Changes in access to Australian Disability Support Benefits during a period of social welfare reform

Alex Collie, Luke R. Sheehan, Tyler J. Lane

Research output: Contribution to journalArticleResearchpeer-review

5 Citations (Scopus)


The Disability Support Pension (DSP) is the major Australian government financial benefit program for people of working age with medical conditions and disabilities that restrict work capacity. Between 2012 and 2018 a series of policy reforms sought to restrict the growth in DSP payments and encourage more people with some work capacity to seek employment. We characterise changes in three markers of access to disability financial support over the reform period (1) DSP recipient rates (2) DSP grant (approval) rates and (3) the rate of unemployment benefit receipt in people with impaired work capacity. Results demonstrate a significant reduction in DSP receipt and grant rates, and significant increase in the rate of unemployment benefit receipt in working-age Australians with work disabling medical conditions and disability. These changes were not distributed uniformly. People whose primary medical condition was a musculoskeletal or circulatory system disorder demonstrated greater declines in DSP receipt and grant rates, while there was a more rapid increase in unemployment benefit receipt among people with primary mental health conditions. Some trend changes occur in periods during which new disability assessment and pension eligibility policies were introduced, though our ability to attribute changes to specific policy changes is limited.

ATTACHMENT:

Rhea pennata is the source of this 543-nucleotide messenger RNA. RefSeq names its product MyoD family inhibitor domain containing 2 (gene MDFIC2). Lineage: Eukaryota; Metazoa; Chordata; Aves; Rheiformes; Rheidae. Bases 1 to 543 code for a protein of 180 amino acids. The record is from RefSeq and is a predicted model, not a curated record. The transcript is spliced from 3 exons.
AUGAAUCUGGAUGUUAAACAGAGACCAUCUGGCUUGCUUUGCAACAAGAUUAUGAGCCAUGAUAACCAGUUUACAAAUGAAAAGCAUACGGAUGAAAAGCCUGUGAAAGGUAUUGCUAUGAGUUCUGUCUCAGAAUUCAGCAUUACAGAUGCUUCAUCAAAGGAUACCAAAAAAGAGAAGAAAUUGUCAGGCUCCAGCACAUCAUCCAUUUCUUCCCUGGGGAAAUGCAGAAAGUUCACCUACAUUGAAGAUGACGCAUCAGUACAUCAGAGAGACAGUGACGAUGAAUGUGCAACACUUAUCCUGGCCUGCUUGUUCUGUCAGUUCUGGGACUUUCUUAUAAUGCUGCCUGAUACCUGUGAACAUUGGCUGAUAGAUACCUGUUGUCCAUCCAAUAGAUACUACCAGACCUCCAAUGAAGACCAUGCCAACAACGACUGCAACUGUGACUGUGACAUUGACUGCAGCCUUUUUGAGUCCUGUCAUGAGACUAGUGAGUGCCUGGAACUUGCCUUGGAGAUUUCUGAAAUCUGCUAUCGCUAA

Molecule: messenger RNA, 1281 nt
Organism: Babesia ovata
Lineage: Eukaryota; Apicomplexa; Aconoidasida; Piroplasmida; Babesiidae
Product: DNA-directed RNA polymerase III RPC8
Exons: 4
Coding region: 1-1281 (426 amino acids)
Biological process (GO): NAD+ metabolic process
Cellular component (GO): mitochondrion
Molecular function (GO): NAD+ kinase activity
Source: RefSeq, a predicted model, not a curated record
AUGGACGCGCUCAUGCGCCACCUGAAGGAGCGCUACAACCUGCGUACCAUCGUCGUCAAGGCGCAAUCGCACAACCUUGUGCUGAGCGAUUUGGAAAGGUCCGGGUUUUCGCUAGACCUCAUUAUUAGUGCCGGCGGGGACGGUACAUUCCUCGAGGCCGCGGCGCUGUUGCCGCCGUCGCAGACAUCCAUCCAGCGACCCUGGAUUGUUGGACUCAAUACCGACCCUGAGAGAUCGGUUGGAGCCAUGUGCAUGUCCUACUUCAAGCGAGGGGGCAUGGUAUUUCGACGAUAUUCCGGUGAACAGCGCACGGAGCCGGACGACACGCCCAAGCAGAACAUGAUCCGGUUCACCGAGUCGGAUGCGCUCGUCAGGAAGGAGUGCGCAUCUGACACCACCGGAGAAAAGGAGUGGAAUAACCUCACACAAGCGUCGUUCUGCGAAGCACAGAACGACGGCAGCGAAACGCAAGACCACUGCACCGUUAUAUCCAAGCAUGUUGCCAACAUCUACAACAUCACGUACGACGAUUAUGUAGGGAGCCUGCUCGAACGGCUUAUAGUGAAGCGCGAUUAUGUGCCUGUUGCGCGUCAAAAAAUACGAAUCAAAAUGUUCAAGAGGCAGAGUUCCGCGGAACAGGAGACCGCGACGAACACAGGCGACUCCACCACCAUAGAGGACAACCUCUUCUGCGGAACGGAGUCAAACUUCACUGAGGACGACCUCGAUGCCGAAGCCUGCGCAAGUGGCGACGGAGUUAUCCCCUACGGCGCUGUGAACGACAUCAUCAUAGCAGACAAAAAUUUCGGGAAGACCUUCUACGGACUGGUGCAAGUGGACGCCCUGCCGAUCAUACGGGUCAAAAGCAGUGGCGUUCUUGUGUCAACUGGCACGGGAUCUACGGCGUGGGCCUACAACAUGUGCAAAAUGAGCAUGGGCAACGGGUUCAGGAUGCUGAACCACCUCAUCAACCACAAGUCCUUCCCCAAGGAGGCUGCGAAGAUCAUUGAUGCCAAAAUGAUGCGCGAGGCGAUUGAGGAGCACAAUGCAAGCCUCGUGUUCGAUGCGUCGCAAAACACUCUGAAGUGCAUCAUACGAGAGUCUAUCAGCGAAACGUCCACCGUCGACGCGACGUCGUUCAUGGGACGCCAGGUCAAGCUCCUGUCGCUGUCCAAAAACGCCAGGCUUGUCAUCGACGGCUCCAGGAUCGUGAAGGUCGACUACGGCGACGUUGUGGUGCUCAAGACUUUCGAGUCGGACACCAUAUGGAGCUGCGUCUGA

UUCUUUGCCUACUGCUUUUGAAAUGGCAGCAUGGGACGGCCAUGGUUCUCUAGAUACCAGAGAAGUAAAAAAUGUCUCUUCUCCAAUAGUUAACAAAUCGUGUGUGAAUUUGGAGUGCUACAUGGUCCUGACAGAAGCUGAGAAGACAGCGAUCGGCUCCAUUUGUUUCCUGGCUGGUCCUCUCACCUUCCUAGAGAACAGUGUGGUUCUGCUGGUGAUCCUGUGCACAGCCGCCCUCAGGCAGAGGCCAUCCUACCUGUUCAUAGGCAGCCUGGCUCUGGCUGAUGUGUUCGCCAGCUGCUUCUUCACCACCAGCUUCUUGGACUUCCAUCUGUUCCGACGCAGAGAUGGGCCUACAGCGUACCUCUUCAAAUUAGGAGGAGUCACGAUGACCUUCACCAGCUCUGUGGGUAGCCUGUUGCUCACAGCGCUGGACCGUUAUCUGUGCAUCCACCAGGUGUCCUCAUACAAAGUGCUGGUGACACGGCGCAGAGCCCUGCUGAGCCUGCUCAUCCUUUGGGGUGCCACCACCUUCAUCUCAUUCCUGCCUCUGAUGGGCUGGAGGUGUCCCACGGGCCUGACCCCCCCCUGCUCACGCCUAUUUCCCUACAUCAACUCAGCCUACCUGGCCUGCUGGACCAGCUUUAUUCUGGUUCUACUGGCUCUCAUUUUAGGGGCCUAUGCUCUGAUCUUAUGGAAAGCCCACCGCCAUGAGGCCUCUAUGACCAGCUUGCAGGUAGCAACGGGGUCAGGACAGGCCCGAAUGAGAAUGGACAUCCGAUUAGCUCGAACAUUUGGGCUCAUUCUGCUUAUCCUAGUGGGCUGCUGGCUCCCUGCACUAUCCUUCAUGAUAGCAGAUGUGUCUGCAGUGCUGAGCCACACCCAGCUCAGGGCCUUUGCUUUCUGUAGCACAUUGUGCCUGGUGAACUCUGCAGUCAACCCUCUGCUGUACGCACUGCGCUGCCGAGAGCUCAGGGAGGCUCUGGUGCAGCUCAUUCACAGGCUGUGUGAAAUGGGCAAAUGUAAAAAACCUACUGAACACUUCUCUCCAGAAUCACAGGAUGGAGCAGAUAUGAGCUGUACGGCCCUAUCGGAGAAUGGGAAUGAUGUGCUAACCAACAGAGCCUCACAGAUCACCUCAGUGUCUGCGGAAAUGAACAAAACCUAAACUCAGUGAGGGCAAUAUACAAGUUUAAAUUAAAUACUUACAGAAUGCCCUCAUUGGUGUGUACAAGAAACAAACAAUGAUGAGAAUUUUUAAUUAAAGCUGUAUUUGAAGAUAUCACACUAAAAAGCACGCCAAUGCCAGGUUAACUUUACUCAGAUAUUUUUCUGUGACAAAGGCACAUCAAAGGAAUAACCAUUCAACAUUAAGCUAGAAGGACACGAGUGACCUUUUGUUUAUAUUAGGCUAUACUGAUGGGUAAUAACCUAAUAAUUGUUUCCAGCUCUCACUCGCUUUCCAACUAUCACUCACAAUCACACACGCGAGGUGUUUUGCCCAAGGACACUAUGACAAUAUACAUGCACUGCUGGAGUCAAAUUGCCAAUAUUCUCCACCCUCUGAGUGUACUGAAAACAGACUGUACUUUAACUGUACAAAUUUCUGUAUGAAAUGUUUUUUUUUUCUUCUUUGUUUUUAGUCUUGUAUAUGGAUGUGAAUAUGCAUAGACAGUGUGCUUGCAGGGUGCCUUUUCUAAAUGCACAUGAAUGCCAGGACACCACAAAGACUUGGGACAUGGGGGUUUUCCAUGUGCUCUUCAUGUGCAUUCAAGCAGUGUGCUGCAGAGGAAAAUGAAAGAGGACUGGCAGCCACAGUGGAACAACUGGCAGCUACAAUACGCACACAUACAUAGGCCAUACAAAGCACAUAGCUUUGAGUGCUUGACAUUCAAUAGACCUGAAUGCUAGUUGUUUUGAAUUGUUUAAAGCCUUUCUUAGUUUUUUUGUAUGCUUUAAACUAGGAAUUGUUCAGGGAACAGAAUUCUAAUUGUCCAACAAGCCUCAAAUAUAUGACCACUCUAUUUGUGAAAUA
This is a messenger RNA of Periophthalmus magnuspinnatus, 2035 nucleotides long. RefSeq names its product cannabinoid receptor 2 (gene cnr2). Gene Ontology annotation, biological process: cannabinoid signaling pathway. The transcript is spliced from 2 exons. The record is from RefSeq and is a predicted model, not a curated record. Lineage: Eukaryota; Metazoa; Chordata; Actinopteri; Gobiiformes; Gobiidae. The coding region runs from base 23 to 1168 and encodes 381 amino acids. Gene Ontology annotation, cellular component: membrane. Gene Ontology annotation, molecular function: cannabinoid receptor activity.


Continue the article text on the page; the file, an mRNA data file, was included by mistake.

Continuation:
Original languageEnglish
Pages (from-to)132-154
Number of pages23
JournalJournal of Social Policy
Issue number1
Publication statusPublished - Jan 2021


  • Disability support pension
  • Keywords:
  • Mental health conditions
  • Musculoskeletal conditions
  • Social policy
  • Unemployment benefits
  • Work disability

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